Money & Macro1

What’s Radical about MMT?

An Attempt to Pin Down MMT on Public Finance

People from Scott Sumner to Paul Krugman have complained that MMT is hard to argue against because it’s hard to say what the argument even is. Much of the discussion has been a proxy for policy disagreement. So without any claim to originality, I’m going to attempt to break down MMT into two separable parts: an idiosyncratic but technically valid reinterpretation of orthodox public finance, and a backward causal story stemming from the state theory of money.1 And so far as the subject allows, I’ll try to do it without reference to particular policy debates.

1. MMT as a Reinterpretation of Public Finance

Orthodox public finance theory runs something like this: Imagine a government that wants to spend money but doesn’t have any. It therefore has to raise money. A government can raise money one of three ways: (1) taxation, (2) borrowing, or (3) if it controls the monetary authority, monetization. We can write this as G=T+B+M.

Orthodox public finance then defines “taxation” generically as “the government taking stuff from people”, and uses it as the paradigm for understanding the other two. Direct taxation is literally the government taking stuff from people. Borrowing is kind of like taking money from future generations, who have to bear the burden of repaying with interest. And monetization is kind of like indirectly taxing money balances, since monetization expands the money supply, and is therefore (ceteris paribus) inflationary. So taxation is thought of as the “normal” way to raise revenue, made up by borrowing what one can’t raise in the short term, and monetization if neither taxation or borrowing are feasible.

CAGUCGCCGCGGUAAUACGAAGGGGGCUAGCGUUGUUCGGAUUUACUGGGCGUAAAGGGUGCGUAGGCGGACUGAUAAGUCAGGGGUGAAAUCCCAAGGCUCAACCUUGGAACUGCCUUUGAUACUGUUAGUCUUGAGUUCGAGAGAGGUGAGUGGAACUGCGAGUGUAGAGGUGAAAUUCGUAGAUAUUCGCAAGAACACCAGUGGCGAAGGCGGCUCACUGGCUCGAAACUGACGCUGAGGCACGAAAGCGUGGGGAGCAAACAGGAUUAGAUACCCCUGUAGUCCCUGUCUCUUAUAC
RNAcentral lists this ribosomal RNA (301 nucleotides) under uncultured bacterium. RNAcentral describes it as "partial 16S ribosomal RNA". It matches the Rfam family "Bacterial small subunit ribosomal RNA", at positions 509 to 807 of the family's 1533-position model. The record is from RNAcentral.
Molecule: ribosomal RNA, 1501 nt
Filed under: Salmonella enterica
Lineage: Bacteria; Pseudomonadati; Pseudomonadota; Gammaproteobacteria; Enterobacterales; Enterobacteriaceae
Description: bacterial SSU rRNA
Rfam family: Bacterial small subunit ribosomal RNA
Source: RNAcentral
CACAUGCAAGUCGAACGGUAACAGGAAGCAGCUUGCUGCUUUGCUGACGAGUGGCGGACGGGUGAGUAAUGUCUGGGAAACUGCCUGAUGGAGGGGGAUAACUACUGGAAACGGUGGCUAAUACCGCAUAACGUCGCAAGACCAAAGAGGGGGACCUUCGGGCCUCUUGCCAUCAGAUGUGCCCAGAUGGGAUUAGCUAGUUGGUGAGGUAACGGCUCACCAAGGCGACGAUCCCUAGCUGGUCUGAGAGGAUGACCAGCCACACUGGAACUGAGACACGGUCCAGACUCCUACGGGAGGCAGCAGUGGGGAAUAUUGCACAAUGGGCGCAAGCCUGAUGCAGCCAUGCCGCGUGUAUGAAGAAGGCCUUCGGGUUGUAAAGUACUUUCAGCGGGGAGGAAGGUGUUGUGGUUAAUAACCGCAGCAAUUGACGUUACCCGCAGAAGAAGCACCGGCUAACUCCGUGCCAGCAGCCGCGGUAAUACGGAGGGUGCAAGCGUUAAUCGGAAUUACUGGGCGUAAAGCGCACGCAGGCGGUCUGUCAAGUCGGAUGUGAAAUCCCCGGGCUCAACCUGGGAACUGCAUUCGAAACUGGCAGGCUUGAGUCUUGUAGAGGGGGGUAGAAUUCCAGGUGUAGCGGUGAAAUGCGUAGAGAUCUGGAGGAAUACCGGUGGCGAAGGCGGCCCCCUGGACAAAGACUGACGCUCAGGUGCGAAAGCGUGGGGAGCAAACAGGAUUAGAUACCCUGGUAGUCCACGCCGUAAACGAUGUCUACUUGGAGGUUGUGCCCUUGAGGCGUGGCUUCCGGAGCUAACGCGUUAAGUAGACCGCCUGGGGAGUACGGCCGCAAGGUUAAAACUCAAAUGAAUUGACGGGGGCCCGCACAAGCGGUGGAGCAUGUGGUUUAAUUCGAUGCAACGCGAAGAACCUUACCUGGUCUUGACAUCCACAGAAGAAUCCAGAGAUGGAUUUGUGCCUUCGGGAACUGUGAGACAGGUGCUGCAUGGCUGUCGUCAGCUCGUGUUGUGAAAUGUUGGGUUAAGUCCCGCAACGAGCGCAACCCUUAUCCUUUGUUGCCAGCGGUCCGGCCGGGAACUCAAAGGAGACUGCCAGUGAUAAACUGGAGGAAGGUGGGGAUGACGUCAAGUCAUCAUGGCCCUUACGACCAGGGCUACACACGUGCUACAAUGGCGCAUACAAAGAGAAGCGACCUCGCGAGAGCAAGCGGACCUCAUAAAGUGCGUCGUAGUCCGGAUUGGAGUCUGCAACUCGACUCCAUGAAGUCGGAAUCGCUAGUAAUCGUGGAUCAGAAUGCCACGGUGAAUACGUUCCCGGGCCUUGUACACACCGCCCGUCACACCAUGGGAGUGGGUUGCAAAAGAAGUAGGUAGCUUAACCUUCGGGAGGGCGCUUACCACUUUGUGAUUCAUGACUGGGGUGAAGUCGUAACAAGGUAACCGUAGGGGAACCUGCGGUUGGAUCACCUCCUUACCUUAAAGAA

MMT, on the other hand, starts with a different baseline. Instead of imagining a totally unfunded government, imagine a government whose spending is fully funded by monetization, and then use monetization as the paradigm for understanding the other two. A government with control of the mint has the legal authority to spend money into existence, so government spending is not constrained by funding.